HPV Test Could Lower Need for Pap Smears
Test Helps Identify Women at Risk for Cervical Cancer
WebMD News Archive
The HPV test is not approved for cervical cancer screening in women under the age of 30, but the NCI authors conclude that it could help target women who need the closest surveillance while sparing others the inconvenience, cost, and emotional pain associated with a false-positive Pap tests.
Gynecologic oncology specialist Carmel Cohen, MD, tells WebMD there are about 6,000 cervical cancers found each year among the 5 million women who end up having abnormal Pap smears.
"We need a better way to sort out those 6,000 invasive cancers and spare the rest of the women from the traumas associated with a positive Pap test," he says.
The director of the division of gynecologic oncology at New York's Mount Sinai Medical Center, Cohen says he hopes HPV testing will be a routine part of screening within the next few years. He served on the American Cancer Society (ACS) panel that recently issued new cervical cancer screening guidelines. The committee noted that HPV testing may be added to those guidelines once it wins FDA approval for cervical cancer screening.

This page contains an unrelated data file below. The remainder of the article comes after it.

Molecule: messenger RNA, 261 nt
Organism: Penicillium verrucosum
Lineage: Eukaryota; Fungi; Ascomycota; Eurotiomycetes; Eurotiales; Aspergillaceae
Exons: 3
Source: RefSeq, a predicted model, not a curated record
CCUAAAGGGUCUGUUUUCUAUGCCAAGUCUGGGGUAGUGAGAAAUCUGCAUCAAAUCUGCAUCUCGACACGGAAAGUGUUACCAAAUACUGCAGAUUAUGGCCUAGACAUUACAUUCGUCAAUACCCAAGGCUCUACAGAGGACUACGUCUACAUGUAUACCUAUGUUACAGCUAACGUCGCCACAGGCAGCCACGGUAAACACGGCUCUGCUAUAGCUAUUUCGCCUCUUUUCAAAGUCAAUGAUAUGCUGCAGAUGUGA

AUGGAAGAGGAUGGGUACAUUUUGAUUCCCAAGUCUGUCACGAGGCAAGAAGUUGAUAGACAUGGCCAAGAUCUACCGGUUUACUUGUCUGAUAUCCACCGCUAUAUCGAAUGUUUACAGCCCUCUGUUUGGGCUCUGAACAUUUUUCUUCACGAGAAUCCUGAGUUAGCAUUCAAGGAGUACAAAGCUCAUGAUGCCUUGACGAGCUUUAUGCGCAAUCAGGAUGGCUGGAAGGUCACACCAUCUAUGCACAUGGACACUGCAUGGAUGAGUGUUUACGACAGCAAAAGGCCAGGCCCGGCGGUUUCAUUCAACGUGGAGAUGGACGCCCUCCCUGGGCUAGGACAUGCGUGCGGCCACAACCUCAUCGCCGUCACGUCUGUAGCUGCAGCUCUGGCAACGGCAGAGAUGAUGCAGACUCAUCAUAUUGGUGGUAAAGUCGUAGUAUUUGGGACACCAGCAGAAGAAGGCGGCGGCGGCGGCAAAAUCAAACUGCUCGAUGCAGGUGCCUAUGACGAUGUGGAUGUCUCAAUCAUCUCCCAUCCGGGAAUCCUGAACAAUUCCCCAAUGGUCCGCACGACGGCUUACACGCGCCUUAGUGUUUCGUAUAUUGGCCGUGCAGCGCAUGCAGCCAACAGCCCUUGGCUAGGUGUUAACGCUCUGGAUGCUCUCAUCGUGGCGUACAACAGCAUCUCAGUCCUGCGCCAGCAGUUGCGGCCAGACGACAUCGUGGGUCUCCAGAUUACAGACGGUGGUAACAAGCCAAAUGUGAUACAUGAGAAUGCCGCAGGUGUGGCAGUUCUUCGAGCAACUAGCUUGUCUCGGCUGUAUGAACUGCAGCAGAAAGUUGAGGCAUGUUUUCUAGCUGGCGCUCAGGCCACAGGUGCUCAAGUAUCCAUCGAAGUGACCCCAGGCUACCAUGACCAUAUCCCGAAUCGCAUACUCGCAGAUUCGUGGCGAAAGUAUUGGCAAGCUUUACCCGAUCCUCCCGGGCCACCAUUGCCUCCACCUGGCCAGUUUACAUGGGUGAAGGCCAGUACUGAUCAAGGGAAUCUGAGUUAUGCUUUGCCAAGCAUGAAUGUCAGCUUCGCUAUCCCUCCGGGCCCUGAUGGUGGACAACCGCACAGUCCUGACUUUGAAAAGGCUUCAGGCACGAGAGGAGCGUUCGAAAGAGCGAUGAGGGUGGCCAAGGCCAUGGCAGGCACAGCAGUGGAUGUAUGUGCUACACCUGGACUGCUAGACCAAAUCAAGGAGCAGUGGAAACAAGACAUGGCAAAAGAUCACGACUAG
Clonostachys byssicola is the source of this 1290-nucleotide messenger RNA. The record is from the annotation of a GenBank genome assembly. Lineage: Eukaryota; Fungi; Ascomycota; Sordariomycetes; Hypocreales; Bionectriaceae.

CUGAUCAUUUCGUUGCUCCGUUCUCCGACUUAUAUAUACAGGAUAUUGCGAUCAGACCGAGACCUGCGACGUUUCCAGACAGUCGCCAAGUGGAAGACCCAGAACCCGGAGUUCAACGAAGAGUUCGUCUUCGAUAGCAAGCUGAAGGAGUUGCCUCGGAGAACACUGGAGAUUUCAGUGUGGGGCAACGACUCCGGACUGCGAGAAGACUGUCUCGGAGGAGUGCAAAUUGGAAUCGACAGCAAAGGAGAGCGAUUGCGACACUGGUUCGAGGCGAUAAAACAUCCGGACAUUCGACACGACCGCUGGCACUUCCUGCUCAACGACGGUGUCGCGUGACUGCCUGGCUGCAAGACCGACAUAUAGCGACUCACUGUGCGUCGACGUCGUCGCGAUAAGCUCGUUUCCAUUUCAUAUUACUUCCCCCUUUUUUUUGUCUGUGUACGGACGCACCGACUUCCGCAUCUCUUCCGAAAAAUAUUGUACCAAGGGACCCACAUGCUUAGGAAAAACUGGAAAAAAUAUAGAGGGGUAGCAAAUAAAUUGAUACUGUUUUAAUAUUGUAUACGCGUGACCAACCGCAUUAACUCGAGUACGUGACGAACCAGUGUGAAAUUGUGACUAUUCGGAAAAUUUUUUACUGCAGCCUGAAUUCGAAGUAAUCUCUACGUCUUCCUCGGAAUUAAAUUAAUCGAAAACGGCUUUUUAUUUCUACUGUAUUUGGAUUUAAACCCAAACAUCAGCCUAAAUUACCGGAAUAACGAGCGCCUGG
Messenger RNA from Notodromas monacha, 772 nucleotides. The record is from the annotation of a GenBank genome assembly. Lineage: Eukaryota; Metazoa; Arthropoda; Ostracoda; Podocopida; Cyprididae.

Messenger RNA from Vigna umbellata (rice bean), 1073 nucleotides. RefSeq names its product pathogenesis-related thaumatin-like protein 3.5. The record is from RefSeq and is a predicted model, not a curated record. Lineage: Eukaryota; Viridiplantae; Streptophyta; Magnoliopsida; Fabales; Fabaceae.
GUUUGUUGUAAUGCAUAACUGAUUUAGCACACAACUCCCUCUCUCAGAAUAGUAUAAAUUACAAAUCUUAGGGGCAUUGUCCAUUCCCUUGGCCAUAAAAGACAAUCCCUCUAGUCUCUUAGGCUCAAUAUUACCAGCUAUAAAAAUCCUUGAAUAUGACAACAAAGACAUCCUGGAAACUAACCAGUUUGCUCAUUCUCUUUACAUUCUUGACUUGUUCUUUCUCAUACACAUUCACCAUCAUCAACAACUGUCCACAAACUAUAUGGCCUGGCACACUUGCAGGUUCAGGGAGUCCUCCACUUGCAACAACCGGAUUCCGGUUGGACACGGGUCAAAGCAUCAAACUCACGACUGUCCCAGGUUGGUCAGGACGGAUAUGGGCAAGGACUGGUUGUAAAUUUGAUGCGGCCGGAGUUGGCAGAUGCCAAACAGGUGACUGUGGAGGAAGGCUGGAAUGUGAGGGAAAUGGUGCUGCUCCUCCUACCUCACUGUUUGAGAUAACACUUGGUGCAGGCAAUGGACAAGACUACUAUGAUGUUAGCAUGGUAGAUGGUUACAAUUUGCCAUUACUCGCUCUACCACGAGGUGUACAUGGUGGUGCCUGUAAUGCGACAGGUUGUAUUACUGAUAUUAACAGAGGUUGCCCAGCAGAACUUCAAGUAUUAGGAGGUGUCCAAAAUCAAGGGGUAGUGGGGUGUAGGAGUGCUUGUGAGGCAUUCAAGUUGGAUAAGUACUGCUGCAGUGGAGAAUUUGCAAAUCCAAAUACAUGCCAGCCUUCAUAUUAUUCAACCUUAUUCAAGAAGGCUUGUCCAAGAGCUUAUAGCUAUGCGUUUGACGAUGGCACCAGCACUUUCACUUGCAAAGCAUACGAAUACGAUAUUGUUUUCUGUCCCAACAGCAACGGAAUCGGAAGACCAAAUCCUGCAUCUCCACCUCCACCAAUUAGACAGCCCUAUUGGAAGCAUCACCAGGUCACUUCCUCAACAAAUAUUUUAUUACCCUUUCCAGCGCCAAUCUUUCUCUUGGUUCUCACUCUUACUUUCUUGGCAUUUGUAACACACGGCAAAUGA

Other recommendations included in the ACS report, issued Dec. 6, include:
- Cervical cancer screening should begin approximately three years after a woman begins having intercourse, but no later than age 21.
- Women who are 70 or older who have had three or more normal Pap test results and no abnormal results during the last decade can choose to stop cervical cancer screening.
- Screening after a hysterectomy in which the cervix is removed is not necessary unless the surgery was done as a treatment for cervical cancer or precancer. Those who have had a hysterectomy without removing the cervix should continue to be screened at least until age 70.